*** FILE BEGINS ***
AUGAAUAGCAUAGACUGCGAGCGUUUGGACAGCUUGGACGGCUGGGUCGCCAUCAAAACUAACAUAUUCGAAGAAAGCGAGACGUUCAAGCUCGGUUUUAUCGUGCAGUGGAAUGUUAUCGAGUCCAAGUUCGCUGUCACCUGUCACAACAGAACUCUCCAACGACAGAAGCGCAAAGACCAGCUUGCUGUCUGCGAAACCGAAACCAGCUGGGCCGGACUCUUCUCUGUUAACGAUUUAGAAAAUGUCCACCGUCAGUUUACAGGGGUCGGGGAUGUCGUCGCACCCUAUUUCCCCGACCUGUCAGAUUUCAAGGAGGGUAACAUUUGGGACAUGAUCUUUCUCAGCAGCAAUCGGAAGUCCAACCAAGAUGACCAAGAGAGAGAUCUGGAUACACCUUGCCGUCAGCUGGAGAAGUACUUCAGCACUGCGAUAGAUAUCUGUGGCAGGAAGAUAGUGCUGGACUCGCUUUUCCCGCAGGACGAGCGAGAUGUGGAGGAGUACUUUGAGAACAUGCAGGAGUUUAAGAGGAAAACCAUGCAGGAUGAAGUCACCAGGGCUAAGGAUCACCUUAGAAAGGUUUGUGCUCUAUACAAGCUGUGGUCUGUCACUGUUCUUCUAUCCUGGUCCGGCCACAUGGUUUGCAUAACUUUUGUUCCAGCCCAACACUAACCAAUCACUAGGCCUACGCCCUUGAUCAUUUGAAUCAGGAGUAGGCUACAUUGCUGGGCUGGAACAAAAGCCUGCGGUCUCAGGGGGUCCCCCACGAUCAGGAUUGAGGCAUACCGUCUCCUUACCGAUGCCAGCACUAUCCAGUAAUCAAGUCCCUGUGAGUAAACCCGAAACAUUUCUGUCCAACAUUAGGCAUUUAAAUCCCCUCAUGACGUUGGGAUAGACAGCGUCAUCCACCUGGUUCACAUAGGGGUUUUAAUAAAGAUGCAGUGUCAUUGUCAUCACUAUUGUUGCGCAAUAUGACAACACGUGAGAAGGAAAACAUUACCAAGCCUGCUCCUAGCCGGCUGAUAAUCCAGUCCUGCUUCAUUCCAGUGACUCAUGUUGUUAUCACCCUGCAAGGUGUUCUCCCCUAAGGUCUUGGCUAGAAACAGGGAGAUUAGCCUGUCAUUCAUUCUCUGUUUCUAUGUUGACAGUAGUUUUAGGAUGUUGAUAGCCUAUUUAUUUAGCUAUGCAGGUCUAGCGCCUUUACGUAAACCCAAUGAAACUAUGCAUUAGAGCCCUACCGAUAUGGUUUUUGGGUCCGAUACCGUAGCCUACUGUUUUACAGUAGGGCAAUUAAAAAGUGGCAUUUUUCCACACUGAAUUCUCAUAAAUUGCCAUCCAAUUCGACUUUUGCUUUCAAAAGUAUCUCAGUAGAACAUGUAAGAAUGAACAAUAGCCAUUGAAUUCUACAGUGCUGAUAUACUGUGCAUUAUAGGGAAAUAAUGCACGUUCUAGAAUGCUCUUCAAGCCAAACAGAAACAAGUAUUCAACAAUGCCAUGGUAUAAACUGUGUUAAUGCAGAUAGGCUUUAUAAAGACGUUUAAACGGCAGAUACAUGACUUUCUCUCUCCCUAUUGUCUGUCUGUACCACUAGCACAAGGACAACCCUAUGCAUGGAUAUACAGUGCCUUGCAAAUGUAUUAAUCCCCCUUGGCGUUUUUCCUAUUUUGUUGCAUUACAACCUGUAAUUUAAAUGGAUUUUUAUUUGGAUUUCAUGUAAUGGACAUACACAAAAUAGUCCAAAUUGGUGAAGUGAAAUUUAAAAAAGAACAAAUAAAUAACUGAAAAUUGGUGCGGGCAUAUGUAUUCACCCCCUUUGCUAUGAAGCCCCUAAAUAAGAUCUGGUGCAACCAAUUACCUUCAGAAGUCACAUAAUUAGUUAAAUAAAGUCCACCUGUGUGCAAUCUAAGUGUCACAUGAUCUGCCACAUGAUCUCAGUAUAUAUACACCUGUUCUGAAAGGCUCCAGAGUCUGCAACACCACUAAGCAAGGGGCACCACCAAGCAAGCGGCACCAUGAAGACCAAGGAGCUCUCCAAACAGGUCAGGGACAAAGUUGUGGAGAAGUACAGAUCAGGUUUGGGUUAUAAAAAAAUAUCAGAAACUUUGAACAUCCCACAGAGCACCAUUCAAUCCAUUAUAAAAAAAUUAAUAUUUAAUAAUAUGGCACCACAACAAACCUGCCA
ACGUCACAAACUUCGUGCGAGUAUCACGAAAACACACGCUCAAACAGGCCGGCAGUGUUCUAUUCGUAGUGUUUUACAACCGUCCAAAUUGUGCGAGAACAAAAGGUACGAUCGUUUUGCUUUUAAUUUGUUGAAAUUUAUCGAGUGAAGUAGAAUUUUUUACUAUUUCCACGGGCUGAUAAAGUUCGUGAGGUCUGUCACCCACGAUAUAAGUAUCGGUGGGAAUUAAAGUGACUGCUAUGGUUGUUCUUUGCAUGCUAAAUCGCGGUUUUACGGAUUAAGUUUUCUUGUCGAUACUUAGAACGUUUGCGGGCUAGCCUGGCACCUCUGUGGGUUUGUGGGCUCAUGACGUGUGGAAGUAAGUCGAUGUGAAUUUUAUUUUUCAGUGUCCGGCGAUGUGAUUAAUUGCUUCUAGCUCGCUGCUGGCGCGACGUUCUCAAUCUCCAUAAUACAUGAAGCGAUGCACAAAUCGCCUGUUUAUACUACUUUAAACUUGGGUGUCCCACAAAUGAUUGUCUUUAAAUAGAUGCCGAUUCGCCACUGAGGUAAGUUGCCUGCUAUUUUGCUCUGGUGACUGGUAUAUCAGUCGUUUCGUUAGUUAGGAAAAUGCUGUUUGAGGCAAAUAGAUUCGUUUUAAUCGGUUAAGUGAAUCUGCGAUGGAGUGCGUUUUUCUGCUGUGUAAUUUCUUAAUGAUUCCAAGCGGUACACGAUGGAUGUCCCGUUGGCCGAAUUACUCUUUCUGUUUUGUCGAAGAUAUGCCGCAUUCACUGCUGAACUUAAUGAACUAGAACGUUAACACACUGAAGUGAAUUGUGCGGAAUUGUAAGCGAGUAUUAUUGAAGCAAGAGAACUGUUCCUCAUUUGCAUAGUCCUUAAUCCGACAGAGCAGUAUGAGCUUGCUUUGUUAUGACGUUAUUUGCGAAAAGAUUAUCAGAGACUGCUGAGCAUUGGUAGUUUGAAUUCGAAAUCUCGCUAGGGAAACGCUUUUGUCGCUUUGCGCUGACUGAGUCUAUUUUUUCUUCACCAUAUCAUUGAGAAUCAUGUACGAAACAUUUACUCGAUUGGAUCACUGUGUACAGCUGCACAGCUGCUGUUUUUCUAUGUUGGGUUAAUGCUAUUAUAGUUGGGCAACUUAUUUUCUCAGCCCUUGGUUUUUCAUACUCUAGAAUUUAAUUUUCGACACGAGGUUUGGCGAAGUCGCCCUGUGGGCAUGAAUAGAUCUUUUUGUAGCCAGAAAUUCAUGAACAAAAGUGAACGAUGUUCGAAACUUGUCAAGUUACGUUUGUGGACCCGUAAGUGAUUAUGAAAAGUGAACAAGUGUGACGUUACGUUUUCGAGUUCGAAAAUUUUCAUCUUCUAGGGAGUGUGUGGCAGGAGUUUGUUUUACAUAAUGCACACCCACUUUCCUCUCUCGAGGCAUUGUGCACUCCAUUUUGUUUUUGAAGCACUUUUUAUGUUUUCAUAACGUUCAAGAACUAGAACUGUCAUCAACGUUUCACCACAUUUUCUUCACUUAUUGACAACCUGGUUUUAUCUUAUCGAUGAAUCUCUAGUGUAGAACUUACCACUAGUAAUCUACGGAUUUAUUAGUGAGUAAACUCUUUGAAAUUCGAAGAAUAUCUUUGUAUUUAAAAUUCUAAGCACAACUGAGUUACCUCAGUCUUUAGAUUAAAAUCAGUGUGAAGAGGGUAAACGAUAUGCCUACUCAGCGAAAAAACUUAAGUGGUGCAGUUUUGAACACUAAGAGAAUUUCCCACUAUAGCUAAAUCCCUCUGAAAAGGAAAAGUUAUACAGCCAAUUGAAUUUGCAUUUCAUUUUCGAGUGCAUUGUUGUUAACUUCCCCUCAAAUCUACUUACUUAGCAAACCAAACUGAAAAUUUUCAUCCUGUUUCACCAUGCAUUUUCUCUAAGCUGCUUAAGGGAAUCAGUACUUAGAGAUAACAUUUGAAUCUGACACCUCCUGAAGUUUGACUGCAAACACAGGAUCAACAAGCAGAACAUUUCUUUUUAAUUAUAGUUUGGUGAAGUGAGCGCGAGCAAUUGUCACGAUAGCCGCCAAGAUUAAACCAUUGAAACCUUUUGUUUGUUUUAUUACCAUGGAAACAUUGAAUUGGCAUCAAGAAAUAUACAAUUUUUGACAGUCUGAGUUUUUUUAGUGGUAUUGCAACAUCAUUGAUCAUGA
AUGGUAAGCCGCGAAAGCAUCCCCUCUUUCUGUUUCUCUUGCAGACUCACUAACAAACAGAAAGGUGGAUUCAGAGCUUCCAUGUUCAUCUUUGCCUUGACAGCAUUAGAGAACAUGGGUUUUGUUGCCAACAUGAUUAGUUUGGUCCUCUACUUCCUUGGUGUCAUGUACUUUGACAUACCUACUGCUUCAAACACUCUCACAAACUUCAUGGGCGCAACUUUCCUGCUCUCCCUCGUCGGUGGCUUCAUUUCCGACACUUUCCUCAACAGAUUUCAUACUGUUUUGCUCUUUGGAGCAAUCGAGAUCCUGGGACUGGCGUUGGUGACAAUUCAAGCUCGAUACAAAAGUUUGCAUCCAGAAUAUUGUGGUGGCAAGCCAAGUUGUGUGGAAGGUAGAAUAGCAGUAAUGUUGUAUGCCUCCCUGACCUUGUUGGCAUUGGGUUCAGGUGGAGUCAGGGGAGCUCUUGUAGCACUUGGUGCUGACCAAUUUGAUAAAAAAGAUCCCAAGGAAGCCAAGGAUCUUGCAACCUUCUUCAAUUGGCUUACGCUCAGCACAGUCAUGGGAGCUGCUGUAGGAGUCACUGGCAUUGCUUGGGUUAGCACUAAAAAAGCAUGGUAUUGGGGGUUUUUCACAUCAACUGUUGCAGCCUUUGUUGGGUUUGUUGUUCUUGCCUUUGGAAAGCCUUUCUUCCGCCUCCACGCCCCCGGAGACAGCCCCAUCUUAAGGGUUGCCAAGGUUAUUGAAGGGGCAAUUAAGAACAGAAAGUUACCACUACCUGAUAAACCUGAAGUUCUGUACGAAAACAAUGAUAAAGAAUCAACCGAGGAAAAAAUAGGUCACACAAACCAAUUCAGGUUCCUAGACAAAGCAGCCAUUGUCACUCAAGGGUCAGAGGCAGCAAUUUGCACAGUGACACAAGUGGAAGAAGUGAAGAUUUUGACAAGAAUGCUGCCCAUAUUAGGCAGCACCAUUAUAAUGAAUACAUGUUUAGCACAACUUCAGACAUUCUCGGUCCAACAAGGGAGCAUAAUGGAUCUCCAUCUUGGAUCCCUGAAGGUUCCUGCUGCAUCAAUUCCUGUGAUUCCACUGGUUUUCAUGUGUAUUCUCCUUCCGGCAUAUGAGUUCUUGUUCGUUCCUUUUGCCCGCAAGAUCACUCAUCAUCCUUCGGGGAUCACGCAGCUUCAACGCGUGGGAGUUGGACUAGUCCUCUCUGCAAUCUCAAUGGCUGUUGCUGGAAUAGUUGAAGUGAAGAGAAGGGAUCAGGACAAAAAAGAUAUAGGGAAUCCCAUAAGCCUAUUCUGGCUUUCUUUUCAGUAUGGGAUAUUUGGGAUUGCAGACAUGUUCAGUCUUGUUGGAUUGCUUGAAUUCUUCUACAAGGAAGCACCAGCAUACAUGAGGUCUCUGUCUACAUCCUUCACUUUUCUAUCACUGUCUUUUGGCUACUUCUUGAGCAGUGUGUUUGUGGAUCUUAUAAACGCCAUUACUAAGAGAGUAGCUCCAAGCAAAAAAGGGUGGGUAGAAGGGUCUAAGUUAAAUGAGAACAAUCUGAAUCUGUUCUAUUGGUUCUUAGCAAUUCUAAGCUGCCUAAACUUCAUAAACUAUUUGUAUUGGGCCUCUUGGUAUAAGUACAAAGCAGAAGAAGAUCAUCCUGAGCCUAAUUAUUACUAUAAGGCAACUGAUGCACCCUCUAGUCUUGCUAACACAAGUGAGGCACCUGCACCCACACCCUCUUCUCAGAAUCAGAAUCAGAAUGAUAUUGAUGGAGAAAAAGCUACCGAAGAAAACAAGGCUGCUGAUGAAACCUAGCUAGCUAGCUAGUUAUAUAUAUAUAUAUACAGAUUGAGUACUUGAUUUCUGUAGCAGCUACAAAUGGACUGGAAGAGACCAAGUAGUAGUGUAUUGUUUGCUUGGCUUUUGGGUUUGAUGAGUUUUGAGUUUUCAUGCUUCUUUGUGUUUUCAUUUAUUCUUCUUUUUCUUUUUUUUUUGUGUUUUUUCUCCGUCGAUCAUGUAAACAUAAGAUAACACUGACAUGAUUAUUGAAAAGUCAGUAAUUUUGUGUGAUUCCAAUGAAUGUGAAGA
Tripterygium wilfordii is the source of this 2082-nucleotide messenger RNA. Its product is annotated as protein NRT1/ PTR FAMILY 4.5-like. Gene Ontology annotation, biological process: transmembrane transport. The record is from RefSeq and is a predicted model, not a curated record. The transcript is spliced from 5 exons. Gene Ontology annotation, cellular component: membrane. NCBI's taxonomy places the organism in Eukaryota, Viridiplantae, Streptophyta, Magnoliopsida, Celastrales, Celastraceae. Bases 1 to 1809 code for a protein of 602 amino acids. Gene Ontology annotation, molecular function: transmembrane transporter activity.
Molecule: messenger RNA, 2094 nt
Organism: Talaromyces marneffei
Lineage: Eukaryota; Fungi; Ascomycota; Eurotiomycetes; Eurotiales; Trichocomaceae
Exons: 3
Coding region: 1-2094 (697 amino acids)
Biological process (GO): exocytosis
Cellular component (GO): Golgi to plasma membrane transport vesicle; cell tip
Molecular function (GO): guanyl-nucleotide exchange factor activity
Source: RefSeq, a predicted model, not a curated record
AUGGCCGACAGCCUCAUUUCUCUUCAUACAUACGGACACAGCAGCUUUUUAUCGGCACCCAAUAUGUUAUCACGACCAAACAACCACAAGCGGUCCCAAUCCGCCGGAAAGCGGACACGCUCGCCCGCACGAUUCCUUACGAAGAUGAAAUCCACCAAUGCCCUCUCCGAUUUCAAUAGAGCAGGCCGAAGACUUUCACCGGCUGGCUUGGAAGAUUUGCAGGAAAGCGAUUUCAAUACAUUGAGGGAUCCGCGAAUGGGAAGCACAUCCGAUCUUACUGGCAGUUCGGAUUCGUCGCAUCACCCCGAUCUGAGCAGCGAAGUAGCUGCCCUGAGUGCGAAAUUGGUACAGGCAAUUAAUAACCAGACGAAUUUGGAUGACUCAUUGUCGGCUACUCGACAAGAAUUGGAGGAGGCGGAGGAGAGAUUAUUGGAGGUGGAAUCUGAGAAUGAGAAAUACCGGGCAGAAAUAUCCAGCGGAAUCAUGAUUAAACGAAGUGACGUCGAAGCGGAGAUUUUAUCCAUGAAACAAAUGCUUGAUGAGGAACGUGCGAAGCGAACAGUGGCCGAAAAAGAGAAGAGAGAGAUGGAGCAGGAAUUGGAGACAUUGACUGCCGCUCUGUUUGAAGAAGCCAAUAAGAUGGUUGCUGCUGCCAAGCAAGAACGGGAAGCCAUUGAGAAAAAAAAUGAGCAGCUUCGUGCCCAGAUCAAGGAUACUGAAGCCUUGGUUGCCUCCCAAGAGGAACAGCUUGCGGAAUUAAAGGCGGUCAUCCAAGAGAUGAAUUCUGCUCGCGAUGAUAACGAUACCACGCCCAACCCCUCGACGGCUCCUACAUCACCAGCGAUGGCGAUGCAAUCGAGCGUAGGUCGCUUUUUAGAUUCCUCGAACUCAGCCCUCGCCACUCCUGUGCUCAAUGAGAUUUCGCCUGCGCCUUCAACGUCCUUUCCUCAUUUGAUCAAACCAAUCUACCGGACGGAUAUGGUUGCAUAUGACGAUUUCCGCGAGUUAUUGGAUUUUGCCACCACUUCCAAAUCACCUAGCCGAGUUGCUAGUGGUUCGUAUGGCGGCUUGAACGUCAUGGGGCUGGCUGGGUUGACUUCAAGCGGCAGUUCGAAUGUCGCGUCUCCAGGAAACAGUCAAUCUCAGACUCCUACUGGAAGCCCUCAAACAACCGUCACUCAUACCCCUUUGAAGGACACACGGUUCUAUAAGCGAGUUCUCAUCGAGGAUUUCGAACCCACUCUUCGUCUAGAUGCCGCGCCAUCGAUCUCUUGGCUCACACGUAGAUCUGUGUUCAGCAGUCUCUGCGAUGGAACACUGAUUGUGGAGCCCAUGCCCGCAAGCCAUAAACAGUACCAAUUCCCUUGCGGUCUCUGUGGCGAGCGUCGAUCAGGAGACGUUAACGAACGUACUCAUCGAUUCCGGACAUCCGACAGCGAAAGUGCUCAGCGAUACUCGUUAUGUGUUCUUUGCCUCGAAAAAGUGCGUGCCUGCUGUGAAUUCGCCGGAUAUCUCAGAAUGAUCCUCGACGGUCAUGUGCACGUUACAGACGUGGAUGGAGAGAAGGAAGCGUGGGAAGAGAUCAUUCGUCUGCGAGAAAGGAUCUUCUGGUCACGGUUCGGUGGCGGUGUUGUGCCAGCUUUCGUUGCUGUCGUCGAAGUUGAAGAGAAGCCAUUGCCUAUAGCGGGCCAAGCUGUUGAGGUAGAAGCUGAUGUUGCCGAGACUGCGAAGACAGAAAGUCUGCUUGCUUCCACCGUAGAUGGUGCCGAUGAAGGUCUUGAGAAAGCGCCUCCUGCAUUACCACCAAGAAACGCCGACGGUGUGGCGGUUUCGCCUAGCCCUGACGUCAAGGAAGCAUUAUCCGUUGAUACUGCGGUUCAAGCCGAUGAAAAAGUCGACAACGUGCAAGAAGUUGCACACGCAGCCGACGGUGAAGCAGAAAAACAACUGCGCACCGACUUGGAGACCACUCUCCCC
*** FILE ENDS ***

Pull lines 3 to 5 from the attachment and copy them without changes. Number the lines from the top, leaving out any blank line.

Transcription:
AUGGUAAGCCGCGAAAGCAUCCCCUCUUUCUGUUUCUCUUGCAGACUCACUAACAAACAGAAAGGUGGAUUCAGAGCUUCCAUGUUCAUCUUUGCCUUGACAGCAUUAGAGAACAUGGGUUUUGUUGCCAACAUGAUUAGUUUGGUCCUCUACUUCCUUGGUGUCAUGUACUUUGACAUACCUACUGCUUCAAACACUCUCACAAACUUCAUGGGCGCAACUUUCCUGCUCUCCCUCGUCGGUGGCUUCAUUUCCGACACUUUCCUCAACAGAUUUCAUACUGUUUUGCUCUUUGGAGCAAUCGAGAUCCUGGGACUGGCGUUGGUGACAAUUCAAGCUCGAUACAAAAGUUUGCAUCCAGAAUAUUGUGGUGGCAAGCCAAGUUGUGUGGAAGGUAGAAUAGCAGUAAUGUUGUAUGCCUCCCUGACCUUGUUGGCAUUGGGUUCAGGUGGAGUCAGGGGAGCUCUUGUAGCACUUGGUGCUGACCAAUUUGAUAAAAAAGAUCCCAAGGAAGCCAAGGAUCUUGCAACCUUCUUCAAUUGGCUUACGCUCAGCACAGUCAUGGGAGCUGCUGUAGGAGUCACUGGCAUUGCUUGGGUUAGCACUAAAAAAGCAUGGUAUUGGGGGUUUUUCACAUCAACUGUUGCAGCCUUUGUUGGGUUUGUUGUUCUUGCCUUUGGAAAGCCUUUCUUCCGCCUCCACGCCCCCGGAGACAGCCCCAUCUUAAGGGUUGCCAAGGUUAUUGAAGGGGCAAUUAAGAACAGAAAGUUACCACUACCUGAUAAACCUGAAGUUCUGUACGAAAACAAUGAUAAAGAAUCAACCGAGGAAAAAAUAGGUCACACAAACCAAUUCAGGUUCCUAGACAAAGCAGCCAUUGUCACUCAAGGGUCAGAGGCAGCAAUUUGCACAGUGACACAAGUGGAAGAAGUGAAGAUUUUGACAAGAAUGCUGCCCAUAUUAGGCAGCACCAUUAUAAUGAAUACAUGUUUAGCACAACUUCAGACAUUCUCGGUCCAACAAGGGAGCAUAAUGGAUCUCCAUCUUGGAUCCCUGAAGGUUCCUGCUGCAUCAAUUCCUGUGAUUCCACUGGUUUUCAUGUGUAUUCUCCUUCCGGCAUAUGAGUUCUUGUUCGUUCCUUUUGCCCGCAAGAUCACUCAUCAUCCUUCGGGGAUCACGCAGCUUCAACGCGUGGGAGUUGGACUAGUCCUCUCUGCAAUCUCAAUGGCUGUUGCUGGAAUAGUUGAAGUGAAGAGAAGGGAUCAGGACAAAAAAGAUAUAGGGAAUCCCAUAAGCCUAUUCUGGCUUUCUUUUCAGUAUGGGAUAUUUGGGAUUGCAGACAUGUUCAGUCUUGUUGGAUUGCUUGAAUUCUUCUACAAGGAAGCACCAGCAUACAUGAGGUCUCUGUCUACAUCCUUCACUUUUCUAUCACUGUCUUUUGGCUACUUCUUGAGCAGUGUGUUUGUGGAUCUUAUAAACGCCAUUACUAAGAGAGUAGCUCCAAGCAAAAAAGGGUGGGUAGAAGGGUCUAAGUUAAAUGAGAACAAUCUGAAUCUGUUCUAUUGGUUCUUAGCAAUUCUAAGCUGCCUAAACUUCAUAAACUAUUUGUAUUGGGCCUCUUGGUAUAAGUACAAAGCAGAAGAAGAUCAUCCUGAGCCUAAUUAUUACUAUAAGGCAACUGAUGCACCCUCUAGUCUUGCUAACACAAGUGAGGCACCUGCACCCACACCCUCUUCUCAGAAUCAGAAUCAGAAUGAUAUUGAUGGAGAAAAAGCUACCGAAGAAAACAAGGCUGCUGAUGAAACCUAGCUAGCUAGCUAGUUAUAUAUAUAUAUAUACAGAUUGAGUACUUGAUUUCUGUAGCAGCUACAAAUGGACUGGAAGAGACCAAGUAGUAGUGUAUUGUUUGCUUGGCUUUUGGGUUUGAUGAGUUUUGAGUUUUCAUGCUUCUUUGUGUUUUCAUUUAUUCUUCUUUUUCUUUUUUUUUUGUGUUUUUUCUCCGUCGAUCAUGUAAACAUAAGAUAACACUGACAUGAUUAUUGAAAAGUCAGUAAUUUUGUGUGAUUCCAAUGAAUGUGAAGA
Tripterygium wilfordii is the source of this 2082-nucleotide messenger RNA. Its product is annotated as protein NRT1/ PTR FAMILY 4.5-like. Gene Ontology annotation, biological process: transmembrane transport. The record is from RefSeq and is a predicted model, not a curated record. The transcript is spliced from 5 exons. Gene Ontology annotation, cellular component: membrane. NCBI's taxonomy places the organism in Eukaryota, Viridiplantae, Streptophyta, Magnoliopsida, Celastrales, Celastraceae. Bases 1 to 1809 code for a protein of 602 amino acids. Gene Ontology annotation, molecular function: transmembrane transporter activity.
Molecule: messenger RNA, 2094 nt